The Marushin Derringer has been around for ages but not stocked state-side in any real quantity. When I saw its resurgence on the AEX online store, I made the bold move to pick it up as I had visions of NPC kills and bragging about how I zapped some player with it (like bragging about how you got a knife kill or a took out a squad using a FAMAS). I had seen a team mate outfit his girlfriend with one during a hostage situation and used it with great success. Seeing as I will volunteer for almost any NPC role, I thought it was perfect. I forked over my $50 and in the post it went.

When it arrived, I was surprised at how small it actually was (insert ‘wang’ joke here). Fitting in the palm of my hand, it was perfect for concealed use. The gas reservoir is located in the grip and you only need the smallest of amount of gas to get quite a few shots out of it. To load it, flip the lever on the side of the frame 180 degrees then flip the barrels up. Once up, you simply place one BB into the breech of each barrel, lock the barrels back into place and you’re ready to fire. Accuracy counts as you only have a 2-shot capacity!

The pistol is single action so you will need to cock the hammer for each shot. As an interesting footnote, the bottom barrel fires first, then the top. I tested with 0.34g 8mm Marushin BBs at a range of about 20 feet. All my shots easily hit a man-size target with quiet a resounding slap. Unfortunately my chrono was down so I don’t have an FPS report, but it was hard enough where if you were on the receiving end, you would feel the BB hit. The sights are fixed, the trigger is lack luster.. its just a very simple design that does exactly the job it was designed to do: take down players at close range.

In conclusion, the gun performs exactly as it should. The accuracy needed to reload makes the process time consuming. Add in only having two shots, short range and mediocre accuracy, the Marushin Derringer falls into a very narrow category of skirmishability: NPC, VIP, Civilian, etc rolls that don’t require the user to be combat effective. So, if you are looking for a concealable scenario piece, a wall hanger, or just a fun plinker, the Derringer is right up your alley.

Wait, I almost forgot! During Op: Lightning Strike II at Fort Drum NY, I loaned the Derringer to a fellow staffer to play the night game. When he returned it after the game, he proudly walked up and claimed 2 Derringer kills! The look on his face was enough proof that even with it’s short comings, the Derringer can hold it’s own during a pistol game… in the dark… in the right hands.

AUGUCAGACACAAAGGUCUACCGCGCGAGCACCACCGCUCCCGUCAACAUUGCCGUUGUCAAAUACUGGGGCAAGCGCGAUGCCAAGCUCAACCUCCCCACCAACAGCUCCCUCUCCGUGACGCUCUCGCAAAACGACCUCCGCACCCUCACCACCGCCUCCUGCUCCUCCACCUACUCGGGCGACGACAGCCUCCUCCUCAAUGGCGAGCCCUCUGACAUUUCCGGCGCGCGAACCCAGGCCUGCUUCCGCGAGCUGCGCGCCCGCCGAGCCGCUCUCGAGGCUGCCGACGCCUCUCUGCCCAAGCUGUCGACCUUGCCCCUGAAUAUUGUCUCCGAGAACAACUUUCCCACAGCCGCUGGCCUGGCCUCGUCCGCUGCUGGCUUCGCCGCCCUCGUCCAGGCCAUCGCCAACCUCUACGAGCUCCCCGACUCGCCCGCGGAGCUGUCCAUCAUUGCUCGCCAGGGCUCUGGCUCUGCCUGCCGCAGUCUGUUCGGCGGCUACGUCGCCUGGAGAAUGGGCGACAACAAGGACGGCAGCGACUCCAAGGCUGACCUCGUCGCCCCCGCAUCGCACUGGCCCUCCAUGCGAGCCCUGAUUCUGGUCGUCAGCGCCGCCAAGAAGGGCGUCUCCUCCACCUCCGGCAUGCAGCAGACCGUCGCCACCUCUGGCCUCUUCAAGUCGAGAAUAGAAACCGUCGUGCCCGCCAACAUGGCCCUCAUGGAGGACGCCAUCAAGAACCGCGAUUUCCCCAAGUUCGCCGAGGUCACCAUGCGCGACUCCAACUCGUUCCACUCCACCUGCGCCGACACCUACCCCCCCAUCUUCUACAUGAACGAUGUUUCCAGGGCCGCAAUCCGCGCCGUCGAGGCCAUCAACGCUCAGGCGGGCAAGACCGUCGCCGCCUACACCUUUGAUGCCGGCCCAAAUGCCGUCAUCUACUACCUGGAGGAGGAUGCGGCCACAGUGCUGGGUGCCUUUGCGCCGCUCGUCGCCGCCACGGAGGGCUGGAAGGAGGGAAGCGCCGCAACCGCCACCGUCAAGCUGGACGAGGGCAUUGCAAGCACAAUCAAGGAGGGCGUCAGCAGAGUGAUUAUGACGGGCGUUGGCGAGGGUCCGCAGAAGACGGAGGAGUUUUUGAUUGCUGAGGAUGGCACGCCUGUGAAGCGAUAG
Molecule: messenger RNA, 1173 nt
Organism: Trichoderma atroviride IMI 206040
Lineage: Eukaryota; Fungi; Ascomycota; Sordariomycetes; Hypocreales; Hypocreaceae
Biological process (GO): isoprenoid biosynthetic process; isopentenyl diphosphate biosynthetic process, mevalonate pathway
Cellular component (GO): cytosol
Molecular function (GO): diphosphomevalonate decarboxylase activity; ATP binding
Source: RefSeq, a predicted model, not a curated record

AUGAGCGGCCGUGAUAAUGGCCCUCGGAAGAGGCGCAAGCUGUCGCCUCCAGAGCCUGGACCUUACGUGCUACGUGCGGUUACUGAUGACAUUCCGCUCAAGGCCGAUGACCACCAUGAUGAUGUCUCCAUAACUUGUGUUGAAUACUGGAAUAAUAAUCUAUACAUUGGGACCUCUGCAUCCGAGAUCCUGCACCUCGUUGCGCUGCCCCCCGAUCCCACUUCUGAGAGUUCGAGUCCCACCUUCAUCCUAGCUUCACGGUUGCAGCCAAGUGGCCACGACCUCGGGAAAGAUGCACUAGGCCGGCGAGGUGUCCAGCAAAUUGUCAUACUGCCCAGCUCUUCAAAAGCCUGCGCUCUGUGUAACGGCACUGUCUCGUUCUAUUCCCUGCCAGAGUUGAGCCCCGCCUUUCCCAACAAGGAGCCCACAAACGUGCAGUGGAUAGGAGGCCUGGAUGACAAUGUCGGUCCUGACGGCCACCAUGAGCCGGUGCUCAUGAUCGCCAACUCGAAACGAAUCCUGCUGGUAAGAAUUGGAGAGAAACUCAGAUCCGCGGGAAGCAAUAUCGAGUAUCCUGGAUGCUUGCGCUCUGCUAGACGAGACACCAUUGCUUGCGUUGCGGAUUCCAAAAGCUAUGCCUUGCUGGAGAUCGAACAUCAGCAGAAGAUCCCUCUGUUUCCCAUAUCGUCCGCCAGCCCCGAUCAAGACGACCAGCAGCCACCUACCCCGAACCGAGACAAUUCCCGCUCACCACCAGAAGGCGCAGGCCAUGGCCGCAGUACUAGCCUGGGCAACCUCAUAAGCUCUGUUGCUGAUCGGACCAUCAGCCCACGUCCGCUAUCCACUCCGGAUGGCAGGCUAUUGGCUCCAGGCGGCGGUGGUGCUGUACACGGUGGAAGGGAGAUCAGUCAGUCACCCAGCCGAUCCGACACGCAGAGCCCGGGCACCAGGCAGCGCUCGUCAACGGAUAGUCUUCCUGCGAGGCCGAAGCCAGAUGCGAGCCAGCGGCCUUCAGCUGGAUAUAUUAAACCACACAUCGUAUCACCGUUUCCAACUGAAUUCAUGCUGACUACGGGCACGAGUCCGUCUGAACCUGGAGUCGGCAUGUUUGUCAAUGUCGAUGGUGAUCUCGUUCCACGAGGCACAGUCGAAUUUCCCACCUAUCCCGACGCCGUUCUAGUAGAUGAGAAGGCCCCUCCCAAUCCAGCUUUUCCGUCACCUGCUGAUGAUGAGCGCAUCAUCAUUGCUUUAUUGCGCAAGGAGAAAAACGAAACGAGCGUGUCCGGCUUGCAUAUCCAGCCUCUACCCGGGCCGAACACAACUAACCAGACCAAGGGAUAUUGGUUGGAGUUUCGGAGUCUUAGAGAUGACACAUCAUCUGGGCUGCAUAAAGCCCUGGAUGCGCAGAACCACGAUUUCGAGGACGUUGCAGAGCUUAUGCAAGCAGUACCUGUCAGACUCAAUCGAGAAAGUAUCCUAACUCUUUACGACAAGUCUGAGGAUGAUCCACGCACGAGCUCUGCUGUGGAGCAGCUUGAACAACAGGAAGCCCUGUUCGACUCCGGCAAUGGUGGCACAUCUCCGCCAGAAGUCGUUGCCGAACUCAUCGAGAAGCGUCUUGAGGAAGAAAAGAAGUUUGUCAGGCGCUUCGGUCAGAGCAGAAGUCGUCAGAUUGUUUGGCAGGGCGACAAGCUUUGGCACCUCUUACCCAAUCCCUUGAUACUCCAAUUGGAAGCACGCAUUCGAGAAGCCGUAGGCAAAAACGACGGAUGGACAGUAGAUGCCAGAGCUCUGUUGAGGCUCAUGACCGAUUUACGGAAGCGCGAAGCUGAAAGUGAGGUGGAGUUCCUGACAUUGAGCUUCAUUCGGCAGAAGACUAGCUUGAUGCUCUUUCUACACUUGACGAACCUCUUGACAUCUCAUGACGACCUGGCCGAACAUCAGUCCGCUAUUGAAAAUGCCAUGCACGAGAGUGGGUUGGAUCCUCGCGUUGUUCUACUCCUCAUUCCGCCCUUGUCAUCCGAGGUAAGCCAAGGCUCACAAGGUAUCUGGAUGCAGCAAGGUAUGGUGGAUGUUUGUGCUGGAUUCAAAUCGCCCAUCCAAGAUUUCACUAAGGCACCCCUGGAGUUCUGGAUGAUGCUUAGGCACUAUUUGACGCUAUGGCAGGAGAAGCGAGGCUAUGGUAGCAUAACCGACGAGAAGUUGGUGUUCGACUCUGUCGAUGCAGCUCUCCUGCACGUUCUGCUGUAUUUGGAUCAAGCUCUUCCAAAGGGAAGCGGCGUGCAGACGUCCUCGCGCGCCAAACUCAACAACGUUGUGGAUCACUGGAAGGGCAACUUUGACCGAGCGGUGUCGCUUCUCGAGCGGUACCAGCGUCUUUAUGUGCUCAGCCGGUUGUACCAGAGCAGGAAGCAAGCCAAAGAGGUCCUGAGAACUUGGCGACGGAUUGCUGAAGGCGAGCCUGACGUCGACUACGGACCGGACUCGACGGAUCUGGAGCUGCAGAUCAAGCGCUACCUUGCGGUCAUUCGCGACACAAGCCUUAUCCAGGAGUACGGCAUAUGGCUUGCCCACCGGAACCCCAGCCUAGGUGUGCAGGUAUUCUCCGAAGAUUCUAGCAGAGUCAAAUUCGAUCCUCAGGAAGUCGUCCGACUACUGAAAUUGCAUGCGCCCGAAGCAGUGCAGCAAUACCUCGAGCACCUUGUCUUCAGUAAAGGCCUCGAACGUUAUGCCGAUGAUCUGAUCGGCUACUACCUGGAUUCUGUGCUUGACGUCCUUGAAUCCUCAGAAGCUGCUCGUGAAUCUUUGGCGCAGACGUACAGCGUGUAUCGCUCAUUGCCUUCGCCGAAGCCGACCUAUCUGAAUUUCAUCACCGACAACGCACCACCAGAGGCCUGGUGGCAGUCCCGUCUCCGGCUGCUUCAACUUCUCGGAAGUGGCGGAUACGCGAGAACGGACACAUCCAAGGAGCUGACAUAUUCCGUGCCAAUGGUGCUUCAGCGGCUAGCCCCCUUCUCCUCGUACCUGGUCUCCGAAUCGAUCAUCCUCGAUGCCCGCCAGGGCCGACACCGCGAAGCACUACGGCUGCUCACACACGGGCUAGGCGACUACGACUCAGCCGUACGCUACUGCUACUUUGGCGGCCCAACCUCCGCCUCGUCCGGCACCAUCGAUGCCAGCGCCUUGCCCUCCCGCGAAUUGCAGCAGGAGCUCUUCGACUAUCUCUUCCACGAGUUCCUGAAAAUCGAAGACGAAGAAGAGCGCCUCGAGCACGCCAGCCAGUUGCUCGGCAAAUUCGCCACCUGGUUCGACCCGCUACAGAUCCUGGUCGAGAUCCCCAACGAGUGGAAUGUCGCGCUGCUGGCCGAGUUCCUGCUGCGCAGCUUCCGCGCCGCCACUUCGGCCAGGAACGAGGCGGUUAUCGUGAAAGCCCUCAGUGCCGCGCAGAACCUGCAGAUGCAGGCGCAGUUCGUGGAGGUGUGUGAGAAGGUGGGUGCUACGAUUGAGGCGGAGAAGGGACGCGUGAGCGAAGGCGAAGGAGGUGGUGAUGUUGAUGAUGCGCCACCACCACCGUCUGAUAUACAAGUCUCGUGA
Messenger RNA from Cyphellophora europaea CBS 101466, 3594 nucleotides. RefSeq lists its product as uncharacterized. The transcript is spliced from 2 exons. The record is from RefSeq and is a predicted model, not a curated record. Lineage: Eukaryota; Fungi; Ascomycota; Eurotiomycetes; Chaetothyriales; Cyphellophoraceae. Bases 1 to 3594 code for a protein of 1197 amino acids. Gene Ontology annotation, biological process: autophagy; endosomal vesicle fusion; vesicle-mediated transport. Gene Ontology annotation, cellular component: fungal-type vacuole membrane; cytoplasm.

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Posted in Reviews

Review: Tactical Tailor 40mm Belt 12rd

Manufacturer: Tactical Tailor
Package: 1x belt.
Type: Gear
Rating: 5/5
Cost: $38.75 USD

In case you haven’t read any of my previous articles, I’m a die-hard Tactical Tailor fan-boy. I don’t have any connection or affiliation to the company, I just really dig the quality products they put out. During my “Pilgrimage to Tactical Tailor“, I picked up a 40mm Belt 12rd in coyote brown to haul my plethora of Madbull and Mosquito Molds gas grenades. I had seen one in use a few years ago at Op: Irene 3 and was determined to get my hands on one eventually but, over time, it had fallen off my radar. When I was in Seattle visiting family, I made it a point to head down to the factory store and finally snag one.

The build quality is amazing. The belt is adjustable and will fit almost every body type out there, be it around the waist or slung bandoleer style over the body. I prefer the ladder for easy accessibility. The rounds are held in place by a loop of elastic and secured by a hook and loop velcro flap. At first I wasn’t sure how secure this would be or if I even trusted my $50+ rounds to make it through a day of play, but all doubts were set aside after a few hours. I ran, dove, crawled and jumped throughout the day with not a single round becoming dislodged.

Overall, I can’t say enough positive things about this belt. While I still will use my HSGI 40mm pouches when less firepower is needed, the 40mm Belt 12rd scratches a very specific itch when quantity is required.. say when you are running the RPG and need to have a grip of 40mm rounds available, or running a revolver launcher like the ICS GLM. If you have the means and are a 40mm hoarder like me, you can pick up a Tactical Tailor 40mm Belt 12rd on the TT website or at a store where quality gear is sold.

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Posted in Reviews